When I had the chance to voice my concerns to the Time Warner tech, he shruggingly explained that “most people” soon “get used to” the stretching and after a while “don’t notice it anymore,” but in deference to my persnicketiness he left me not merely with a DVR attached to the TV by a second HDMI cable, but additionally with the freedom to select whichever aspect ratio best served whichever channel. An old movie on TCM looked good, and the blades of grass on football fields could be counted, but a commercial DVD of a 4:3 movie still came out stretched and squashed.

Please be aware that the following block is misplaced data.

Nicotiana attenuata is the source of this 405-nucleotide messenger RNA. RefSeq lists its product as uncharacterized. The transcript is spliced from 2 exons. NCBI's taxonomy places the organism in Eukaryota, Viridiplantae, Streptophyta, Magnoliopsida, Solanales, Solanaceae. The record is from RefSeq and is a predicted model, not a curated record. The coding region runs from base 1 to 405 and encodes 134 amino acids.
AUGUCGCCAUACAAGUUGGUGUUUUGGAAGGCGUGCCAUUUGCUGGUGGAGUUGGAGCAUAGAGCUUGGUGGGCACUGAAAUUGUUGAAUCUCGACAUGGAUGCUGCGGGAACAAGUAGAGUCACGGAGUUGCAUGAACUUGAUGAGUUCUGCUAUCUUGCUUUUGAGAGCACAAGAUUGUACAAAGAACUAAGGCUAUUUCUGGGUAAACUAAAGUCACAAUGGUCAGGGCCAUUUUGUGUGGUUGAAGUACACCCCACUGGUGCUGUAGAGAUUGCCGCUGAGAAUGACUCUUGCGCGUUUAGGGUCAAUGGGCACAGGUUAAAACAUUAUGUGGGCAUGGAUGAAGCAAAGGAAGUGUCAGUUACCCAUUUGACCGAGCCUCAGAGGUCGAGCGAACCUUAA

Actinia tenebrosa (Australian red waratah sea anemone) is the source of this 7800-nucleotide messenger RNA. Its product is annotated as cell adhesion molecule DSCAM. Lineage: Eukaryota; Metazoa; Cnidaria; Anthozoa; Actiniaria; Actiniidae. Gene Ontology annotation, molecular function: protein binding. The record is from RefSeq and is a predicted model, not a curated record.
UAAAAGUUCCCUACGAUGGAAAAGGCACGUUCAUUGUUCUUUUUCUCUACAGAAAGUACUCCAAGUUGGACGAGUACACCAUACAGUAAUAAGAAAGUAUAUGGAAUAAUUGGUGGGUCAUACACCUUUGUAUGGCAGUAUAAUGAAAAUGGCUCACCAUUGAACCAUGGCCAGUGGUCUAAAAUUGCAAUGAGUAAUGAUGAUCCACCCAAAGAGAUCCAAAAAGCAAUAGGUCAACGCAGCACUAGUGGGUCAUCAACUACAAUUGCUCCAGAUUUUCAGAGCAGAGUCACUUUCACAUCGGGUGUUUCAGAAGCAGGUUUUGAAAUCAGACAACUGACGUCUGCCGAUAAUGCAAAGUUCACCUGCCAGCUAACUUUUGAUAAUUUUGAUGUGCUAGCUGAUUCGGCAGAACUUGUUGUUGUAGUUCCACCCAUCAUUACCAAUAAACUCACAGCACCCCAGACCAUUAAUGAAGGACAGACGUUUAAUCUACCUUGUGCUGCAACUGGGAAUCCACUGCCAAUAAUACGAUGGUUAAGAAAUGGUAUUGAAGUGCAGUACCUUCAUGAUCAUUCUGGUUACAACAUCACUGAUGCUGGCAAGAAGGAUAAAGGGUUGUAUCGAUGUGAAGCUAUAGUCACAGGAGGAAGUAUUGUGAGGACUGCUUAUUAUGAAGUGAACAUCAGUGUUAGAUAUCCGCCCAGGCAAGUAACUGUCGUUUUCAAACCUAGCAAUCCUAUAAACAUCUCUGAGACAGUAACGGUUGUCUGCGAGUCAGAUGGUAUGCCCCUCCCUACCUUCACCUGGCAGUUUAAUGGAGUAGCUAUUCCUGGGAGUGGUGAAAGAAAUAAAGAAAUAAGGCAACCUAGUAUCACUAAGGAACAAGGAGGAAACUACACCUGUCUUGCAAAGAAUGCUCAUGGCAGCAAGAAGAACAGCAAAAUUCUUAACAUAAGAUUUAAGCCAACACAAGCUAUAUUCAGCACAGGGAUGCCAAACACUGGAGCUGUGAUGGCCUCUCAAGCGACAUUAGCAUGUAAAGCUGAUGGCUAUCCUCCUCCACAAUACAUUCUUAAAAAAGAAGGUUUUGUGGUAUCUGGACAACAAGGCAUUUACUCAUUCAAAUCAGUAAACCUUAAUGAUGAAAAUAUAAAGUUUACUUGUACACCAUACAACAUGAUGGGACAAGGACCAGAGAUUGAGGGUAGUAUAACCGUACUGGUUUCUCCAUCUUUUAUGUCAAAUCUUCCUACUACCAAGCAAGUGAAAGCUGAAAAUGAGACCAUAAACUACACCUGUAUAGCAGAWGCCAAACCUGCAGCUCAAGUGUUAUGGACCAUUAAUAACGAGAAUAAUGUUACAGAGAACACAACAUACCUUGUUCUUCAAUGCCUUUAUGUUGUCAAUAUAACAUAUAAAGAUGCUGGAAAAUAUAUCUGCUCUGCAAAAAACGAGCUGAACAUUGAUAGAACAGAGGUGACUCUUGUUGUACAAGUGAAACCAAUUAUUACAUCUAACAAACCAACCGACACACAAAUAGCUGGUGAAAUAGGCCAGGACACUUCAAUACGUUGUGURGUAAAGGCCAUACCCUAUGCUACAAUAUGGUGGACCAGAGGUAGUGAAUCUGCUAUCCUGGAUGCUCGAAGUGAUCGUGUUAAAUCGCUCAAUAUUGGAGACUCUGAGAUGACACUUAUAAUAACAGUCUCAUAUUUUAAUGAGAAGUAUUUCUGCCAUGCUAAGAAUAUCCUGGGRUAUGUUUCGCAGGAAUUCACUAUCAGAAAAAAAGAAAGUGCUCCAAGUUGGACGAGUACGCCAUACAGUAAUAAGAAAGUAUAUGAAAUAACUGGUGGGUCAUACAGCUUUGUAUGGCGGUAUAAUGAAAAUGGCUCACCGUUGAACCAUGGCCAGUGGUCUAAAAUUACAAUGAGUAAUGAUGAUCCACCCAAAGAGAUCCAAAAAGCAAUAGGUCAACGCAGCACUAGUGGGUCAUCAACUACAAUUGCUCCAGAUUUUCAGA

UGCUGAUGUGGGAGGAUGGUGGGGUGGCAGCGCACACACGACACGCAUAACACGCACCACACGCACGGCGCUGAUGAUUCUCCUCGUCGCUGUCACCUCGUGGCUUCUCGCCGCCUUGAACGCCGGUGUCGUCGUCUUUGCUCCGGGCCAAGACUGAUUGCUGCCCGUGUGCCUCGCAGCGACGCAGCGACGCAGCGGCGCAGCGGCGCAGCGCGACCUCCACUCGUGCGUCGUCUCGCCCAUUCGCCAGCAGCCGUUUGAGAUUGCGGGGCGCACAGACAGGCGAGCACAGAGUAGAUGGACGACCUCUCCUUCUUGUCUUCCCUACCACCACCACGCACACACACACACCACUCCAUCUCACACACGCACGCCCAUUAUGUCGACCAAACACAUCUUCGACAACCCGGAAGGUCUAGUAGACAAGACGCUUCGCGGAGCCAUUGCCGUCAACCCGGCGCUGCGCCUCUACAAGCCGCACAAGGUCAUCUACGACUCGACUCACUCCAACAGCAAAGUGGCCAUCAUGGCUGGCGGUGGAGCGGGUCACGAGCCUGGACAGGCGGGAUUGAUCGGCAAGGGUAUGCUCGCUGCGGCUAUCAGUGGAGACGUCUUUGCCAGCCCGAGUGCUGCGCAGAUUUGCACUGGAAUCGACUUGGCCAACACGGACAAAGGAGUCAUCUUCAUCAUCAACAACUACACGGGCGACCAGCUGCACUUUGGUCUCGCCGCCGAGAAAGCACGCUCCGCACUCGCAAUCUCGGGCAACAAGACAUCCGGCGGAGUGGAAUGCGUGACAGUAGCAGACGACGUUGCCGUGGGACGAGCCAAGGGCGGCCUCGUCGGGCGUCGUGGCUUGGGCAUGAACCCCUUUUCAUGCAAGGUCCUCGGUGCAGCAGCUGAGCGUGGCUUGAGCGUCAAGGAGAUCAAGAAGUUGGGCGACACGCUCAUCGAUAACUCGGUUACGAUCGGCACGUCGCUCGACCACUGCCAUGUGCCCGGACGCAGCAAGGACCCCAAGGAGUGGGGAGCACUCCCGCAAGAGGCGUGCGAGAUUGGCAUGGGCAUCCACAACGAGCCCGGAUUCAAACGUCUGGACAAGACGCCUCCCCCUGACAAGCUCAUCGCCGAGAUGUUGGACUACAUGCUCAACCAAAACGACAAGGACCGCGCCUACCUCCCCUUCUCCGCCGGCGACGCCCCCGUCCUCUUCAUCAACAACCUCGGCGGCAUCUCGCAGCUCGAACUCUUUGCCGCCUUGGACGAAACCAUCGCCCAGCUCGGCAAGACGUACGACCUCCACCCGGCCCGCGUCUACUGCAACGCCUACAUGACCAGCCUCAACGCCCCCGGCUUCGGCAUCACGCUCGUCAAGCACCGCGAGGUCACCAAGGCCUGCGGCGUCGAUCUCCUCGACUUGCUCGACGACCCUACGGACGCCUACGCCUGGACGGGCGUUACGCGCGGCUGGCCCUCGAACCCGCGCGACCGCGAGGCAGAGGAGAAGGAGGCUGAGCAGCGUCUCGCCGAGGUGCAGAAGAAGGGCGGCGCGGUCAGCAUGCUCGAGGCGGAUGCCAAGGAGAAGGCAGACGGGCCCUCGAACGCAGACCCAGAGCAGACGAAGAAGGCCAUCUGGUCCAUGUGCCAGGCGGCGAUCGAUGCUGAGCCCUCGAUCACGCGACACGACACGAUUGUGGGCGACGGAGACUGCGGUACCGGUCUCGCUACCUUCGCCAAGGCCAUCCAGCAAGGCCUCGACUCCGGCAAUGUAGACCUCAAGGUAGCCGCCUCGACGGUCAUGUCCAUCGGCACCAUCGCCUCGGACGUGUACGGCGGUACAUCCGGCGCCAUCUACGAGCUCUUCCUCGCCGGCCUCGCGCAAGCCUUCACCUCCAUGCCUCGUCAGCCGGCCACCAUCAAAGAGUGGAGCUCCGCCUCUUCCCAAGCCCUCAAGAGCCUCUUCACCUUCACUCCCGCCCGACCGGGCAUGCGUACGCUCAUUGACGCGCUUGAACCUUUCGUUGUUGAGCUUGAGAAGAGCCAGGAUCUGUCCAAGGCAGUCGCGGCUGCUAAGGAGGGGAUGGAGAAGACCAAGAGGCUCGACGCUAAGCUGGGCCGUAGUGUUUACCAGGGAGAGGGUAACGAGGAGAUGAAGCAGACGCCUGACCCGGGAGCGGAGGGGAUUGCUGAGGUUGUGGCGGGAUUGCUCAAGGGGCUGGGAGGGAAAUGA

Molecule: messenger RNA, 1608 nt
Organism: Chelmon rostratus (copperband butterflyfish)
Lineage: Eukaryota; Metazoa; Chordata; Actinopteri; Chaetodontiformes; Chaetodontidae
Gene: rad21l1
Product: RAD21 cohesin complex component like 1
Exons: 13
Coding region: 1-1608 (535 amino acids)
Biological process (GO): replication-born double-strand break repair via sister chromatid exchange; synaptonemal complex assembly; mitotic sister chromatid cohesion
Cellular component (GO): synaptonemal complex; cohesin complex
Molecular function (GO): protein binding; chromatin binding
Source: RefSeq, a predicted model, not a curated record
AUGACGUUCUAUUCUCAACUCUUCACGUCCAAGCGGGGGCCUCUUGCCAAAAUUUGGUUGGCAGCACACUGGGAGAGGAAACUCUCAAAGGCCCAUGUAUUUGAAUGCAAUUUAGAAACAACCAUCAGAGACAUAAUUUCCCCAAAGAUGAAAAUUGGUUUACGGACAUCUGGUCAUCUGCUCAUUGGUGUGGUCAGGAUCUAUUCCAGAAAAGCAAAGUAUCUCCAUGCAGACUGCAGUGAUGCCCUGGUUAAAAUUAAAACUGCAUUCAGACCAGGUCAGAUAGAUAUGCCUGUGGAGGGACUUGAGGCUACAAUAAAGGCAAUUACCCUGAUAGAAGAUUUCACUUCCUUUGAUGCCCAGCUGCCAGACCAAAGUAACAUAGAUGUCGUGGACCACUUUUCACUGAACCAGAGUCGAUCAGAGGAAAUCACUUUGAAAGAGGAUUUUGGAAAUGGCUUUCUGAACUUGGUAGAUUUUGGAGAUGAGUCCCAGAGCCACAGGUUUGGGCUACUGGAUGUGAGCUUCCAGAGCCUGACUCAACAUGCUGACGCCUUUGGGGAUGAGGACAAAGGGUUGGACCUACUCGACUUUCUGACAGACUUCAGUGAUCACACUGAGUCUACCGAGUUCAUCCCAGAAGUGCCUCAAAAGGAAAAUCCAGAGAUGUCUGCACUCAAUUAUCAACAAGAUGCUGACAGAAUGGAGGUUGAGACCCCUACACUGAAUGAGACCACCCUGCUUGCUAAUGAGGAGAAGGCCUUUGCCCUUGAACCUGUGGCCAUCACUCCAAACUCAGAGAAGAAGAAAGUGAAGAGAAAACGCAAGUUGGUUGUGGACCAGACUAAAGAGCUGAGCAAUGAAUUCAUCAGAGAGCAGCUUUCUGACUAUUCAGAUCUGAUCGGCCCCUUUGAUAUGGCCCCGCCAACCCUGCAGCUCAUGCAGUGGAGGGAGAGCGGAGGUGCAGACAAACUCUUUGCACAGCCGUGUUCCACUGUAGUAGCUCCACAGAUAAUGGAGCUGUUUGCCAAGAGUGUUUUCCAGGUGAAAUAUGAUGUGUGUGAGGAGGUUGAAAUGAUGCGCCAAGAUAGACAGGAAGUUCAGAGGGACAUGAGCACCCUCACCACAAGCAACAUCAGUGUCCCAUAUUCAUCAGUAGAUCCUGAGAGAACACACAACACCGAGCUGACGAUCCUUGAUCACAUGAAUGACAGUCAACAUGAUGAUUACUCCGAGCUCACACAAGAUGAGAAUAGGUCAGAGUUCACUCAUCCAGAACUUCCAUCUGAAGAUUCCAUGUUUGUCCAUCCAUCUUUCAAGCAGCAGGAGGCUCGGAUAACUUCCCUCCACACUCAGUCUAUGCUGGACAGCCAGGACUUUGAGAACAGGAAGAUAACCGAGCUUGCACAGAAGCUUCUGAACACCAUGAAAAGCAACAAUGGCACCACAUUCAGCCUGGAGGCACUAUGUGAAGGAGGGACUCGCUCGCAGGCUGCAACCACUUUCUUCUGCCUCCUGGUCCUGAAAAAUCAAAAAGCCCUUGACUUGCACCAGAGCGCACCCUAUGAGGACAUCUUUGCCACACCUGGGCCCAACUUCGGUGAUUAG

The new arrangement meant moreover that all the DVDs I’d previously recorded of movies on TCM would be similarly stretched and squashed, or in other words rendered useless. The DVR would now be my recording device, dislodging the disk-maker. It would “fill up,” it would not be a permanent library, it would eventually be replaced. But oh well. I elected, while I was at it, to add to my cable bill the six-dollar-a-month Movie Pack, a cluster of commercial-free, three-digit movie channels comprising a dozen Encore channels, the Fox Movie Channel, the Sundance Channel, and the Independent Film Channel, opening the door to movies I hadn’t known existed, such as François Ozon’s first English-language film, Angel, from a superlative novel by Elizabeth Taylor (no, not that Elizabeth Taylor, but as I like to think of her, the Elizabeth Taylor), Jacques Rivette’s The Duchess of Langeais, Wim Wenders’s Land of Plenty, Nicolas Roeg’s Puffball.